1. Josh Rosen UCLA 6’4” 218
That’s what Rosen is. He has the nicest arm of all of the prospects, and puts a beautiful spiral on the football. Rosen puts the football where he wants it, and has very good accuracy and pocket presence. Rosen has also shown that he possesses resiliency and leadership, as evident in his comeback victory against Texas A&M in week one. In only four games this year, Rosen has thrown for 1,763 yards and 16 touchdowns, while only throwing four interceptions. In his most recent game against Stanford, he threw for 480 yards and three touchdowns, while tossing two picks. Rosen does get in the habit of being a gunslinger, since the Bruins defense often puts them in deficits. Still, the mistakes can be overlooked for this guy. He is loved by his teammates, contrary to popular belief, and buys his offensive line dinner after every game. Things like that bode well for a guy who will have to come in and be a leader of grown men. Rosen does have a brazen personality and isn’t afraid to speak his mind on social topics. On the field, he fits passes in very tight windows to receivers that haven’t done an exceptional job in gaining separation this season, and has a knack for the art of quarterbacking. Rosen possesses that “it” factor that everyone talks about, and he’ll have a spectacular career in the NFL if he continues on the path he is on. Sadly, the Bills probably won’t have a shot at Rosen when it’s all said and done, barring a poor finish to the season by either the Bills or by Rosen. He’ll be able to step in immediately and resurrect whichever franchise he goes to. As the old guard of quarterbacks begin to retire, Rosen will be the face of the new generation of signal callers.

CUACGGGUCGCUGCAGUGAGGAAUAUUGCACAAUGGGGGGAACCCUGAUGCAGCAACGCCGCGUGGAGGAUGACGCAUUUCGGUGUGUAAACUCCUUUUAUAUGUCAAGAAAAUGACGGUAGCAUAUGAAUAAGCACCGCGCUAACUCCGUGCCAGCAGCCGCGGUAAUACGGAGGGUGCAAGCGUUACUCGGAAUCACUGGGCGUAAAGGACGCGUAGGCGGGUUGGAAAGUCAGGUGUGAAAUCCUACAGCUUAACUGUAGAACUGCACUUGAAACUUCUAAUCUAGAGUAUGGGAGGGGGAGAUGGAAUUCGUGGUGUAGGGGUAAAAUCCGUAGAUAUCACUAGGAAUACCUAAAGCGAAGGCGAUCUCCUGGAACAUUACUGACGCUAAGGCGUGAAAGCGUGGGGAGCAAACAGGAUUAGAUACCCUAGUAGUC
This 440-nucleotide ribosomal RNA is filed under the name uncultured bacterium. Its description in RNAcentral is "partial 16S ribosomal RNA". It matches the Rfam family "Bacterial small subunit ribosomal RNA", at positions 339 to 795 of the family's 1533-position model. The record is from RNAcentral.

At the end of the day, a guy like Falk will be a good fit for the Bills, since I think they have no shot at Rosen, Jackson, or Darnold unless they trade up. Allen would probably be better for the franchise down the line than Falk, it just depends on how patient the Bills are. Still, I can at least dream of Rosen in blue and red.